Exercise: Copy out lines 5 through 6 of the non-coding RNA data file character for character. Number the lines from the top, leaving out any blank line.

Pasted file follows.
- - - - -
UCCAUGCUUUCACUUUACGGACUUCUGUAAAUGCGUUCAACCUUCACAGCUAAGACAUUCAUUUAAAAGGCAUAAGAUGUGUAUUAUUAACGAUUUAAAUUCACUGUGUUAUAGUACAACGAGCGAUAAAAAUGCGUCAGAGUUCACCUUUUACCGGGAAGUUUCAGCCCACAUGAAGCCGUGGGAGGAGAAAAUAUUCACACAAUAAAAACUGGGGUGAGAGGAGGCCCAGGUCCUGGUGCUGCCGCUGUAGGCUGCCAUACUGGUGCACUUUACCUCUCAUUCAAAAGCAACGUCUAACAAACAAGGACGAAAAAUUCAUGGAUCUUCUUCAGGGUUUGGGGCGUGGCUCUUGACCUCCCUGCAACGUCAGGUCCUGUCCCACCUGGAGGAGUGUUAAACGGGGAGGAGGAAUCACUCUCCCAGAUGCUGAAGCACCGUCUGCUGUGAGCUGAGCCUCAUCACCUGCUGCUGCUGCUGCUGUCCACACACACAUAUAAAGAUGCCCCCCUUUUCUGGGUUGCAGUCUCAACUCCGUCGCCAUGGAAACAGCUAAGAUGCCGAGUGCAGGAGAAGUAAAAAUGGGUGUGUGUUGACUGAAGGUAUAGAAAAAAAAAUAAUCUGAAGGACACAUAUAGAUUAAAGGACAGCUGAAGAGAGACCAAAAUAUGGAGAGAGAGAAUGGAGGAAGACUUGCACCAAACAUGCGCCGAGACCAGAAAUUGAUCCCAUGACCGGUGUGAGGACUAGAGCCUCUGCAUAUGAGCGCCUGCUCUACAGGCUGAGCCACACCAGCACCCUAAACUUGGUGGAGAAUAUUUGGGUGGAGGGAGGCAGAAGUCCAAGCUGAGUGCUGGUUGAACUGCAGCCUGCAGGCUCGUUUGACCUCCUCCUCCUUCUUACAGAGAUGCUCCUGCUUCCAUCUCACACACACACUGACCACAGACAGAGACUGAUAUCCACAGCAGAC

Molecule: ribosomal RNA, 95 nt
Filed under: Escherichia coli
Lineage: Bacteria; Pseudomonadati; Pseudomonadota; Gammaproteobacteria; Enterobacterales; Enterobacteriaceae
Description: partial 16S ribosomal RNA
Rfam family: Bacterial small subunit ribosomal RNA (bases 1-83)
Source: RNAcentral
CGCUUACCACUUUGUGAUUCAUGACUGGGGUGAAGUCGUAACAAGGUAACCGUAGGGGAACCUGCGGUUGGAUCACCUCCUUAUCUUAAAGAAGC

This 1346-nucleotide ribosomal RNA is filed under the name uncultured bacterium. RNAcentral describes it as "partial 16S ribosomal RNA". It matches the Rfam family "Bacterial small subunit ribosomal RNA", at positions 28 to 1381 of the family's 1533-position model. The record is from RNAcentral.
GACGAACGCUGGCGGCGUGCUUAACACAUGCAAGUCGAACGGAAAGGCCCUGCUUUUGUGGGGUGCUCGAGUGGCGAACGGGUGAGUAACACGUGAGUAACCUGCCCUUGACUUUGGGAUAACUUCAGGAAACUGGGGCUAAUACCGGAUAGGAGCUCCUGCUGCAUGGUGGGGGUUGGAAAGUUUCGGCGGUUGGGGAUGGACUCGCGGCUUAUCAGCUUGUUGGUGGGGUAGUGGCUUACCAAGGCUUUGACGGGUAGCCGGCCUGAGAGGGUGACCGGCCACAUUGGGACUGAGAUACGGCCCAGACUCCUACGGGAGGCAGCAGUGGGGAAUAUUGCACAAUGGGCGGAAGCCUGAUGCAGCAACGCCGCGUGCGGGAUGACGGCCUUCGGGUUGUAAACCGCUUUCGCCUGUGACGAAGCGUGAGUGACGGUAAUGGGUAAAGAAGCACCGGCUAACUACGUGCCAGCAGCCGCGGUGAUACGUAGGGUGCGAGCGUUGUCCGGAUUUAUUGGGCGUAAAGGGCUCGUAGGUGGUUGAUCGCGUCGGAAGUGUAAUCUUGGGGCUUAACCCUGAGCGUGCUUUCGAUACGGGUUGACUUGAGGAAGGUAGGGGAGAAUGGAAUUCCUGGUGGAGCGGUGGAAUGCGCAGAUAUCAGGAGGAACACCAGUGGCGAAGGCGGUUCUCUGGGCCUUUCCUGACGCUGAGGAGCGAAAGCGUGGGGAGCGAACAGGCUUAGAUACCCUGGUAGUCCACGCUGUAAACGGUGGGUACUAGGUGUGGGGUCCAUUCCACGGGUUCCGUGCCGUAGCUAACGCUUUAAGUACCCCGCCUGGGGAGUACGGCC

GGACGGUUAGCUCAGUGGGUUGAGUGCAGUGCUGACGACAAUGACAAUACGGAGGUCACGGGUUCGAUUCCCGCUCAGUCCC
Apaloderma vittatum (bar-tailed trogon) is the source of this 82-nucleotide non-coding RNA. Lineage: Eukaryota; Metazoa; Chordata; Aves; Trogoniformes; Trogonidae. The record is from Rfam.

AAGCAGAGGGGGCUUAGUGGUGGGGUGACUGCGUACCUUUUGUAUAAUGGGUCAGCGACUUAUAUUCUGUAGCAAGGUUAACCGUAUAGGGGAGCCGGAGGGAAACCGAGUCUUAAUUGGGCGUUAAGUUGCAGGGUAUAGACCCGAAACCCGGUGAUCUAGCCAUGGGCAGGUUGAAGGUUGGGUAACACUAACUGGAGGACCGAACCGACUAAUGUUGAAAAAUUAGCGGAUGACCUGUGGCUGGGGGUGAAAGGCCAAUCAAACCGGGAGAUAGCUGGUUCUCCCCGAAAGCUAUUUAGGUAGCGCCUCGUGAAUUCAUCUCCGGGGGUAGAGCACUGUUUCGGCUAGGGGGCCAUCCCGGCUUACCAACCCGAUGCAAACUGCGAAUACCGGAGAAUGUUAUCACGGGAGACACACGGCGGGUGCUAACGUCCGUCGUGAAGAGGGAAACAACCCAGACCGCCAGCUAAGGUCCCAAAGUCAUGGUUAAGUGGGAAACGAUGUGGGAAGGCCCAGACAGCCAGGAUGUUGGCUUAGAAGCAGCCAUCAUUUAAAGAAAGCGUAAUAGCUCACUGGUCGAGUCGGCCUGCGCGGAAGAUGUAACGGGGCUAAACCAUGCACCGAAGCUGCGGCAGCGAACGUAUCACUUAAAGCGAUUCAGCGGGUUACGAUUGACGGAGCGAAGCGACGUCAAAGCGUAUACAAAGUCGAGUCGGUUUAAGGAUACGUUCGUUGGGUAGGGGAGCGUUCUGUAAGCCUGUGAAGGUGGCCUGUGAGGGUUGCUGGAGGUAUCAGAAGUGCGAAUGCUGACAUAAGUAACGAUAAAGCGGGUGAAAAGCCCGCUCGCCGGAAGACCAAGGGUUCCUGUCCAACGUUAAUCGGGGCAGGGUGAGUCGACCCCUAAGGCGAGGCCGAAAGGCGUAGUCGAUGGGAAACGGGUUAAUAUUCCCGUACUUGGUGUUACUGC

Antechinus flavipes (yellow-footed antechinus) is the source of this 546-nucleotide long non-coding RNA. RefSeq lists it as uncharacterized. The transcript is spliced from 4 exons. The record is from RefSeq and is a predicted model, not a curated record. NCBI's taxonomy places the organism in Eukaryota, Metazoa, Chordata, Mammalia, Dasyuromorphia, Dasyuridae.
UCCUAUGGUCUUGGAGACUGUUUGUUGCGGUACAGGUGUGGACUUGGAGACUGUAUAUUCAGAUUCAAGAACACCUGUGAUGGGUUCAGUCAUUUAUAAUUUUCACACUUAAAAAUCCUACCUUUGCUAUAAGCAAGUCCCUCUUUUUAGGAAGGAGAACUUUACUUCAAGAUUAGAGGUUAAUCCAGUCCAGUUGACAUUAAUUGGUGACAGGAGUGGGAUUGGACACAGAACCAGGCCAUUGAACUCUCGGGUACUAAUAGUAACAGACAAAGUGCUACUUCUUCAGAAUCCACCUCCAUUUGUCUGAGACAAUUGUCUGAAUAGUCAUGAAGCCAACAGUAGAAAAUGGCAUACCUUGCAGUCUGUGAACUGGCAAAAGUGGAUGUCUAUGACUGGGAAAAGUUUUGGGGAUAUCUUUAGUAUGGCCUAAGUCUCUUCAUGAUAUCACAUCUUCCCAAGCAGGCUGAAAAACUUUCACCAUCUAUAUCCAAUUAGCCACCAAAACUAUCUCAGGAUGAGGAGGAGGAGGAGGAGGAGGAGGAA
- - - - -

Description: partial 16S ribosomal RNA
Rfam family: Bacterial small subunit ribosomal RNA (bases 1-83)